Econostrum | Economic News in the Mediterranean

The Bosphorus Strait, a bomb ready to explode

Written by Gérard Tur on Thursday, October 14th 2021 à 17:15 | Read 417 times

The nationalism of the riparian countries and the economic and strategic stakes make the Bosphorus Strait a very sensitive site. The digging of the Istanbul canal could set off a powder keg according to a study by the IHEDN

A dangerous strait at all levels. Photo GT.
A dangerous strait at all levels. Photo GT.
MEDITERRANEAN. The Provence regional association of the auditors of the Institut des hautes études de défense nationale (IHEDN) organised on 7 October in Marseille the "2019-2021 studies forum". During this period, the association produced three reports on highly strategic and conflictual sites: the Straits of Gibraltar and the Bosphorus as well as the Suez Canal.
Completed in September 2021, the study on the Bosphorus stresses the explosive nature of this strait, a crossroads between Europe and Asia, at the heart of Russian, Chinese and Turkish ambitions. Several of the countries bordering the Black Sea, such as Turkey, Russia, Georgia and Ukraine, are engaged in conflicts exacerbated by the nationalist ideology of some of their leaders. The report considers that Turkey and Russia are carrying out destabilising actions in this region. The EU, although a neighbour, is not directly involved. This caution benefits Russia, Turkey and China, whose interests converge.

A fragile and endangered balance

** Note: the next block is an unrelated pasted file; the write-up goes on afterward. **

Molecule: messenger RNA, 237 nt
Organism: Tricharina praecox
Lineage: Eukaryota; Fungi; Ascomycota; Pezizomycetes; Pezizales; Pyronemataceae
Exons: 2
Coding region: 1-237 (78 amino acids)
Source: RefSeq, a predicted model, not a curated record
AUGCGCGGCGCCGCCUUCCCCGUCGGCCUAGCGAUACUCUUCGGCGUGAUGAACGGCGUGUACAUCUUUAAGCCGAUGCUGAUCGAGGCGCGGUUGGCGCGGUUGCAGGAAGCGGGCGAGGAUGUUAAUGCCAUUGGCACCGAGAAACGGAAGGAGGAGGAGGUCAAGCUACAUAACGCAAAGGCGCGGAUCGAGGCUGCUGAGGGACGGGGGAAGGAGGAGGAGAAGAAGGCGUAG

The Bosphorus Strait, which is very difficult to cross for large cargo ships and is congested with passenger ships, is largely saturated. It is one of the most accident-prone areas in the world, the study notes. A real bomb. President Erdogan has launched his country on a pharaonic project: the construction of a canal parallel to the strait. It will ease congestion in the passage and reduce the risk of pollution or explosion for the 16 million Turks who live along its banks.
But, according to the report, it will also allow Turkey to take control of a highly strategic area. The canal will be an important source of revenue and power. The new infrastructure will not be affected by the Montreux Convention guaranteeing free movement in the Dardanelles and Bosphorus straits and the Black Sea. In the short term, a rebalancing of alliances and profound changes are to be expected, the study worries. This may upset the fragile balance that currently exists.

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